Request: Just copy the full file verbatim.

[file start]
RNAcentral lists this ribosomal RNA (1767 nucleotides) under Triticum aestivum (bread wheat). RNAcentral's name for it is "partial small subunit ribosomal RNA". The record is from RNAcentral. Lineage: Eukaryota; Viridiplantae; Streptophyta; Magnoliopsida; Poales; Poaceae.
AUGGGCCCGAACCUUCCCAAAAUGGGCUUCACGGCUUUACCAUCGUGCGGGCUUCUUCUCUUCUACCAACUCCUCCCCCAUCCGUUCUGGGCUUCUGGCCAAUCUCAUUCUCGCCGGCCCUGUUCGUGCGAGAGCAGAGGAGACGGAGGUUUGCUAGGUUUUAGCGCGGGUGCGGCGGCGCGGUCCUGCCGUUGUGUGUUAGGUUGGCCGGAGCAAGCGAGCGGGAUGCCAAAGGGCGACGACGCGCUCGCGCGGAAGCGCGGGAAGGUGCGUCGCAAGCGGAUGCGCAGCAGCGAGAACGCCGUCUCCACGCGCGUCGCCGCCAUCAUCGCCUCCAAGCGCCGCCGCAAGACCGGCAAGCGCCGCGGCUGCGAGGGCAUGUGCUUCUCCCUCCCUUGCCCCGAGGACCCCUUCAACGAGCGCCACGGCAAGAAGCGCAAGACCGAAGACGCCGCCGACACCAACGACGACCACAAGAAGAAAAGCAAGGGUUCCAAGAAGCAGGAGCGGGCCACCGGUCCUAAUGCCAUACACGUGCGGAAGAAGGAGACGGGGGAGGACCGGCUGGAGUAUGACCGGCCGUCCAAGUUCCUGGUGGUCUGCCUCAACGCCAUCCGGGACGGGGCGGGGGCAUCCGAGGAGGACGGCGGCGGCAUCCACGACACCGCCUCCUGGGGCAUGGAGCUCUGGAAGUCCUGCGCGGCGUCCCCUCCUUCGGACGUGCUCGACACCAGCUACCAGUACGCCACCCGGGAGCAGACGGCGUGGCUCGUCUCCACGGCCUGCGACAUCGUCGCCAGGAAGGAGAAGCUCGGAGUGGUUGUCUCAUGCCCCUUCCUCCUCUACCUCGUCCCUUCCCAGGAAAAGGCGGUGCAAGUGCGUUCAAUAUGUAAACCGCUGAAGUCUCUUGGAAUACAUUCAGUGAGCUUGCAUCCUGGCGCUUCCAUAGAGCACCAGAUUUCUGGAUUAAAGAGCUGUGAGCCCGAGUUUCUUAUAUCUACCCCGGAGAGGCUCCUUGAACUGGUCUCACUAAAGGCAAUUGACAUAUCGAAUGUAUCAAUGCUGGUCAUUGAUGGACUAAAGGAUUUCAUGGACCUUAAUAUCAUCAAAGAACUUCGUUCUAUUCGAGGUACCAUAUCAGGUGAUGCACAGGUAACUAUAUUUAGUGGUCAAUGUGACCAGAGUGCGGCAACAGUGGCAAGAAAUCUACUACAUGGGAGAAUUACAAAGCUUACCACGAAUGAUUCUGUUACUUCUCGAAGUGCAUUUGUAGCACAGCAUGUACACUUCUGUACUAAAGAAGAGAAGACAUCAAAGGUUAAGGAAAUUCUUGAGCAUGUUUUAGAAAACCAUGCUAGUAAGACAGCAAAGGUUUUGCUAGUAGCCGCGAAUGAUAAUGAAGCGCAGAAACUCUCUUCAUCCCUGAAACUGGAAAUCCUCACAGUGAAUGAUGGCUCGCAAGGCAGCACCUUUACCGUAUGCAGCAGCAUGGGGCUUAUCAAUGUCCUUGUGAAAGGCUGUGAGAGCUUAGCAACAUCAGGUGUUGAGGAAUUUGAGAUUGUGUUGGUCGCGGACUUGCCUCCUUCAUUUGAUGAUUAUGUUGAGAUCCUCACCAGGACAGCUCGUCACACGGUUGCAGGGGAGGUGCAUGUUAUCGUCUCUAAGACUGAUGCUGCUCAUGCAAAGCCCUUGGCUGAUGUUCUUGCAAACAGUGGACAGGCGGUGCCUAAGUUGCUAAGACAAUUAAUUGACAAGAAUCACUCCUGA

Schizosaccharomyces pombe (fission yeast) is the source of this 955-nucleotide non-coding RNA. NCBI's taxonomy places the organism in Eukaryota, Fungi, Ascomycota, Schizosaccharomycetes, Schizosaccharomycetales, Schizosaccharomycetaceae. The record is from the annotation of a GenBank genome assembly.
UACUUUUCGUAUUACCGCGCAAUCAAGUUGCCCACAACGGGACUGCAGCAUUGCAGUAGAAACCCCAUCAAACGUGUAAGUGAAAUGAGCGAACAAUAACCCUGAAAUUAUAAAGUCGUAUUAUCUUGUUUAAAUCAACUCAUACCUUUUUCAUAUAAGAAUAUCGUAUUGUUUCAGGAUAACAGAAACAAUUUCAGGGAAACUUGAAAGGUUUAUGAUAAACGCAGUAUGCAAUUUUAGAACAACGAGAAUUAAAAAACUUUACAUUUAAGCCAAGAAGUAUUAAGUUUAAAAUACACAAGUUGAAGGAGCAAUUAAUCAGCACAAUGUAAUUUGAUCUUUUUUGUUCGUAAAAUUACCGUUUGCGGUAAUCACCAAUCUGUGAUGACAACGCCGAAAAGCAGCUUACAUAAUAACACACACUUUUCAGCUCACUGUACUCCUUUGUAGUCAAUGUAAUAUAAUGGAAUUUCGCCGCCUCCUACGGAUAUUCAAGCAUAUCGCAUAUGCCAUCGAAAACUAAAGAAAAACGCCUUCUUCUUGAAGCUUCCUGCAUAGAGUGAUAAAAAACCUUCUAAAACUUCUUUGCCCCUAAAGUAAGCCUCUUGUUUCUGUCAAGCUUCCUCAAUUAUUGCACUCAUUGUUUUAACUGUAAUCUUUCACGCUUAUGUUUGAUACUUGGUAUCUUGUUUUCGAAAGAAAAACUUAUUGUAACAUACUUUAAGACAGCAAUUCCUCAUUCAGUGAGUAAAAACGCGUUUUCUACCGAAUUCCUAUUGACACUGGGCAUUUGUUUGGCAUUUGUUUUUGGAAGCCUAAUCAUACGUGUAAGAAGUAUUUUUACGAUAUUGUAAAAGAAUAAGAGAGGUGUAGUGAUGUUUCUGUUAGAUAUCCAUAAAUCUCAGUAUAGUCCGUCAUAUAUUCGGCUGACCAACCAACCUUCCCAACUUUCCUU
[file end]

RNAcentral lists this ribosomal RNA (1767 nucleotides) under Triticum aestivum (bread wheat). RNAcentral's name for it is "partial small subunit ribosomal RNA". The record is from RNAcentral. Lineage: Eukaryota; Viridiplantae; Streptophyta; Magnoliopsida; Poales; Poaceae.
AUGGGCCCGAACCUUCCCAAAAUGGGCUUCACGGCUUUACCAUCGUGCGGGCUUCUUCUCUUCUACCAACUCCUCCCCCAUCCGUUCUGGGCUUCUGGCCAAUCUCAUUCUCGCCGGCCCUGUUCGUGCGAGAGCAGAGGAGACGGAGGUUUGCUAGGUUUUAGCGCGGGUGCGGCGGCGCGGUCCUGCCGUUGUGUGUUAGGUUGGCCGGAGCAAGCGAGCGGGAUGCCAAAGGGCGACGACGCGCUCGCGCGGAAGCGCGGGAAGGUGCGUCGCAAGCGGAUGCGCAGCAGCGAGAACGCCGUCUCCACGCGCGUCGCCGCCAUCAUCGCCUCCAAGCGCCGCCGCAAGACCGGCAAGCGCCGCGGCUGCGAGGGCAUGUGCUUCUCCCUCCCUUGCCCCGAGGACCCCUUCAACGAGCGCCACGGCAAGAAGCGCAAGACCGAAGACGCCGCCGACACCAACGACGACCACAAGAAGAAAAGCAAGGGUUCCAAGAAGCAGGAGCGGGCCACCGGUCCUAAUGCCAUACACGUGCGGAAGAAGGAGACGGGGGAGGACCGGCUGGAGUAUGACCGGCCGUCCAAGUUCCUGGUGGUCUGCCUCAACGCCAUCCGGGACGGGGCGGGGGCAUCCGAGGAGGACGGCGGCGGCAUCCACGACACCGCCUCCUGGGGCAUGGAGCUCUGGAAGUCCUGCGCGGCGUCCCCUCCUUCGGACGUGCUCGACACCAGCUACCAGUACGCCACCCGGGAGCAGACGGCGUGGCUCGUCUCCACGGCCUGCGACAUCGUCGCCAGGAAGGAGAAGCUCGGAGUGGUUGUCUCAUGCCCCUUCCUCCUCUACCUCGUCCCUUCCCAGGAAAAGGCGGUGCAAGUGCGUUCAAUAUGUAAACCGCUGAAGUCUCUUGGAAUACAUUCAGUGAGCUUGCAUCCUGGCGCUUCCAUAGAGCACCAGAUUUCUGGAUUAAAGAGCUGUGAGCCCGAGUUUCUUAUAUCUACCCCGGAGAGGCUCCUUGAACUGGUCUCACUAAAGGCAAUUGACAUAUCGAAUGUAUCAAUGCUGGUCAUUGAUGGACUAAAGGAUUUCAUGGACCUUAAUAUCAUCAAAGAACUUCGUUCUAUUCGAGGUACCAUAUCAGGUGAUGCACAGGUAACUAUAUUUAGUGGUCAAUGUGACCAGAGUGCGGCAACAGUGGCAAGAAAUCUACUACAUGGGAGAAUUACAAAGCUUACCACGAAUGAUUCUGUUACUUCUCGAAGUGCAUUUGUAGCACAGCAUGUACACUUCUGUACUAAAGAAGAGAAGACAUCAAAGGUUAAGGAAAUUCUUGAGCAUGUUUUAGAAAACCAUGCUAGUAAGACAGCAAAGGUUUUGCUAGUAGCCGCGAAUGAUAAUGAAGCGCAGAAACUCUCUUCAUCCCUGAAACUGGAAAUCCUCACAGUGAAUGAUGGCUCGCAAGGCAGCACCUUUACCGUAUGCAGCAGCAUGGGGCUUAUCAAUGUCCUUGUGAAAGGCUGUGAGAGCUUAGCAACAUCAGGUGUUGAGGAAUUUGAGAUUGUGUUGGUCGCGGACUUGCCUCCUUCAUUUGAUGAUUAUGUUGAGAUCCUCACCAGGACAGCUCGUCACACGGUUGCAGGGGAGGUGCAUGUUAUCGUCUCUAAGACUGAUGCUGCUCAUGCAAAGCCCUUGGCUGAUGUUCUUGCAAACAGUGGACAGGCGGUGCCUAAGUUGCUAAGACAAUUAAUUGACAAGAAUCACUCCUGA

Schizosaccharomyces pombe (fission yeast) is the source of this 955-nucleotide non-coding RNA. NCBI's taxonomy places the organism in Eukaryota, Fungi, Ascomycota, Schizosaccharomycetes, Schizosaccharomycetales, Schizosaccharomycetaceae. The record is from the annotation of a GenBank genome assembly.
UACUUUUCGUAUUACCGCGCAAUCAAGUUGCCCACAACGGGACUGCAGCAUUGCAGUAGAAACCCCAUCAAACGUGUAAGUGAAAUGAGCGAACAAUAACCCUGAAAUUAUAAAGUCGUAUUAUCUUGUUUAAAUCAACUCAUACCUUUUUCAUAUAAGAAUAUCGUAUUGUUUCAGGAUAACAGAAACAAUUUCAGGGAAACUUGAAAGGUUUAUGAUAAACGCAGUAUGCAAUUUUAGAACAACGAGAAUUAAAAAACUUUACAUUUAAGCCAAGAAGUAUUAAGUUUAAAAUACACAAGUUGAAGGAGCAAUUAAUCAGCACAAUGUAAUUUGAUCUUUUUUGUUCGUAAAAUUACCGUUUGCGGUAAUCACCAAUCUGUGAUGACAACGCCGAAAAGCAGCUUACAUAAUAACACACACUUUUCAGCUCACUGUACUCCUUUGUAGUCAAUGUAAUAUAAUGGAAUUUCGCCGCCUCCUACGGAUAUUCAAGCAUAUCGCAUAUGCCAUCGAAAACUAAAGAAAAACGCCUUCUUCUUGAAGCUUCCUGCAUAGAGUGAUAAAAAACCUUCUAAAACUUCUUUGCCCCUAAAGUAAGCCUCUUGUUUCUGUCAAGCUUCCUCAAUUAUUGCACUCAUUGUUUUAACUGUAAUCUUUCACGCUUAUGUUUGAUACUUGGUAUCUUGUUUUCGAAAGAAAAACUUAUUGUAACAUACUUUAAGACAGCAAUUCCUCAUUCAGUGAGUAAAAACGCGUUUUCUACCGAAUUCCUAUUGACACUGGGCAUUUGUUUGGCAUUUGUUUUUGGAAGCCUAAUCAUACGUGUAAGAAGUAUUUUUACGAUAUUGUAAAAGAAUAAGAGAGGUGUAGUGAUGUUUCUGUUAGAUAUCCAUAAAUCUCAGUAUAGUCCGUCAUAUAUUCGGCUGACCAACCAACCUUCCCAACUUUCCUU